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Confronting Suburban Decline Confronting Suburban Decline
Strategic Planning for Metropolitan Renewal

Authors:

William H. Lucy & David L. Phillips
Format: Soft Cover
Length: 384 pages
Publisher: Island Press
ISBN: 1559637706
Copyright: 2000

Sprawling commercial and residential development in outer suburbs and exurban areas has for a number of years masked increasingly severe socioeconomic problems in suburban America. In recent decades, income declines, crime increases, and tax base erosion have affected many suburbs to an extent previously seen only in central cities.

In Confronting Suburban Decline, William H. Lucy and David L. Phillips examine conditions and trends in cities and suburbs since 1960, arguing that beginning in the 1980s, the United States entered a "post-suburban" era of declining suburbs with maturation of communities accompanied by large-scale deterioration. The authors examine:

  • Why suburban decline has become widespread.
  • How the "tyranny of easy development decisions" often results in new housing being built outside of areas that people prefer.
  • How strategic planning can help assess dangers.
  • How some suburbs have stabilized or revived.
  • How interactions between residential mobility and the age, size, and location of housing can help policy makers anticipate dangers and opportunities facing neighborhoods and jurisdictions.

Making the case that a high quality natural and built environment is key to achieving economic stability, the authors set forth a series of policy recommendations with federal, state, regional, and local dimensions that can help contribute to that goal.

In-depth case studies are provided of Richmond, Virginia and Washington, D.C., along with examples from Minnesota, Oregon, Maryland, Tennessee, and other locations. In addition, the book offers information and statistics on income, population, and racial transitions in 554 suburbs in the nation's twenty-four largest metropolitan areas.

Confronting Suburban Decline provides a detailed look at the causes of and responses to urban and suburban decline. Planners and policymakers as well as students and researchers involved with issues of land use, economic development, regional planning, community development, or intergovernmental relations will find it a valuable resource.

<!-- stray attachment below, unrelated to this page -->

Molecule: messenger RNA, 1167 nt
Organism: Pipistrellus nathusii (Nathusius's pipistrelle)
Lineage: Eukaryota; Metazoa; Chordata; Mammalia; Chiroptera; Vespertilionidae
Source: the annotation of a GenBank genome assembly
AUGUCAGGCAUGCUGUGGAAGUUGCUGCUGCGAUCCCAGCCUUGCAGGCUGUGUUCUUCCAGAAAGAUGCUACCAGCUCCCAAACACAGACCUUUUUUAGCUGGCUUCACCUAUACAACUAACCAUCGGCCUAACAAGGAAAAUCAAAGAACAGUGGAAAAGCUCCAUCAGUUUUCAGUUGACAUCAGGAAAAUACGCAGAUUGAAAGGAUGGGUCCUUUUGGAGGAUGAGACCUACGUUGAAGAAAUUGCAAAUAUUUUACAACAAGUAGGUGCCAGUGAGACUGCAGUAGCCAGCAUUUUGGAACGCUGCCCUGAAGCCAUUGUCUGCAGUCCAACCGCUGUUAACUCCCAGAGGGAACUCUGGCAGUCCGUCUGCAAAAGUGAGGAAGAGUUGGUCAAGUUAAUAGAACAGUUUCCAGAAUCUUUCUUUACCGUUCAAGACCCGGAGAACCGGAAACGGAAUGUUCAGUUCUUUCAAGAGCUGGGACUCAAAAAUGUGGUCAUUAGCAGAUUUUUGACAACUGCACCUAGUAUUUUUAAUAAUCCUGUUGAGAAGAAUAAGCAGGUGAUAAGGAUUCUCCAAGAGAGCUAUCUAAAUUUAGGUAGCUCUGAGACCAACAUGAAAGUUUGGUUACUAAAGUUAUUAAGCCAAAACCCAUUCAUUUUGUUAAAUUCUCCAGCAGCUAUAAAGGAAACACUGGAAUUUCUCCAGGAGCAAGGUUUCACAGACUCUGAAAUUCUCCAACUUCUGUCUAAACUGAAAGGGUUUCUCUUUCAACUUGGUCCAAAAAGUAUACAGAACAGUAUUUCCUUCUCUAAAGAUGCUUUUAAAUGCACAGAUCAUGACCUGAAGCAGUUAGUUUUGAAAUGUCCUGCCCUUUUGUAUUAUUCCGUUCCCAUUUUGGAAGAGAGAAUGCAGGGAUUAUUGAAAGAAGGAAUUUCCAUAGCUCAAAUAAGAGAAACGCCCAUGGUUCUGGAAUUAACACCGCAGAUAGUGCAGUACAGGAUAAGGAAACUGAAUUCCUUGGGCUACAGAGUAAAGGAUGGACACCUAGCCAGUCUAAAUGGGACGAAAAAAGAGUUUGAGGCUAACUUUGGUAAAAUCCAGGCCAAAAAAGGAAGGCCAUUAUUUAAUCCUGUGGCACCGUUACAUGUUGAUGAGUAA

Reviews

“With greater precision than anyone else to date, Lucy and Phillips have charted the widespread deterioration of once-desirable suburban communities as homebuyers migrate to the exurban fringe, creating a widening gap between affluent and declining suburbs. Their book convinces us that the era of suburban dominance has closed, and we have entered a new era of suburban decline. They combine a wealth of statistical data with practical insights into how public policies could shape a more balanced metropolitan future. This ambitious and sophisticated work should transform our ways of thinking about the future of urban regions.”
-- Carolyn T. Adams, Professor of Geography and Urban Studies, Temple University

“As central city advocates and exurbanite promoters of sprawl argue over highway expansions, Lucy and Phillips clearly illustrate that the fate of an urban area’s vitality lies within the metropolitan middle – aging suburban communities. The answer is not politically glamorous, but it lies in shaping the basic routines and standards of public and private community building practice. This book is a fundamental baseline from which to move this agenda forward.”
-- William R. Morrish, Director, Design Center for American Urban Landscape, University of Minnesota

About the Authors

William H. Lucy is professor in the Department of Urban and Environmental Planning at the University of Virginia and author of Close to Power (Planners Press, 1988).

David L. Phillips is associate professor in the Department of Urban and Environmental Planning at the University of Virginia.

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